Conditions Governing Access:

    Access requires advance notice. Access to personal and patient information is restricted for 80 years from the date of creation. These restrictions are noted where they appear in Series III. Researchers may apply for access to restricted records. Consult Public Services for further information.
    Access to electronic records in this collection (as found in Series III) is also subject to the above restrictions. Additionally, access is premised on the availability of a computer station, requisite software, and/or the ability of Public Services staff to review and/or print out records of interest in advance of an on-site visit.
    The Papers are stored offsite. Researchers are advised to contact Public Services for more information concerning retrieval of material.

    Conditions Governing Use:

    The Harvard Medical Library does not hold copyright on all the materials in the collection. Requests for permission to publish material from the collection should be directed to Public Services. Researchers who obtain permission to publish from Public Services are responsible for identifying and contacting the persons or organizations that hold copyright.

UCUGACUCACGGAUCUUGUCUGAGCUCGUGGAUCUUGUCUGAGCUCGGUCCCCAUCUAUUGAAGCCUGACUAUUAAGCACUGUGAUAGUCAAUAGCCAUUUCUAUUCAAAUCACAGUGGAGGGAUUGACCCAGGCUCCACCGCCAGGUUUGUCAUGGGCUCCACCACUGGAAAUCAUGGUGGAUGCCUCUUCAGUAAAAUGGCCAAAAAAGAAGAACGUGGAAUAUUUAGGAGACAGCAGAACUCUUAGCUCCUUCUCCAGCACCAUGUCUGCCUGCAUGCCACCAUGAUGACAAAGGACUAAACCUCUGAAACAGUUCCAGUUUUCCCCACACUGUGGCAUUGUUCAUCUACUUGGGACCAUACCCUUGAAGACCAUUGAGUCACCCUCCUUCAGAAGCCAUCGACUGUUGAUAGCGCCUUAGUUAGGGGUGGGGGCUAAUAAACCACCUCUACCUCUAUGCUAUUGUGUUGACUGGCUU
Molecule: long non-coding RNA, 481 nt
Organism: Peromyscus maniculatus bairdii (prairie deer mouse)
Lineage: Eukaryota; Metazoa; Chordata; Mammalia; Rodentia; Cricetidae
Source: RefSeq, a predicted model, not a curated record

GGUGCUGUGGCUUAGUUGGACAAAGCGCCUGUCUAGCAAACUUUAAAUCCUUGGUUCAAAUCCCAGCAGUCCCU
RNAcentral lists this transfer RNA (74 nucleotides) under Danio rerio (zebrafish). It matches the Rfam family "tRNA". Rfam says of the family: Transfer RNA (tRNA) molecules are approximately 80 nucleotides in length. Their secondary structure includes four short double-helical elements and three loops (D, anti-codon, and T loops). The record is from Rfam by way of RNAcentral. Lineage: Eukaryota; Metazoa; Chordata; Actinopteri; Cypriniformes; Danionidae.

Preferred Citation:

    Arthur B. Pardee papers, 1949-2001. H MS c372. Harvard Medical Library, Francis A. Countway Library of Medicine, Boston, Mass.

    Related Papers in the Francis A. Countway Library of Medicine, Center for the History of Medicine

    Biographical Notes

    Arthur B. Pardee (born 1921), B.S., 1942, University of California, Berkeley; M.S., 1943, Ph.D., 1947, California Institute of Technology, is an Emeritus Professor in the Department of Biological Chemistry and Molecular Pharmacology at Harvard Medical School and former Chief of Cell Growth and Regulation at Dana-Farber Cancer Institute. Pardee is known for his theoretical and technical contributions to the fields of molecular biology and cancer research, particularly developments related to the understanding and manipulation of cell growth and reproduction.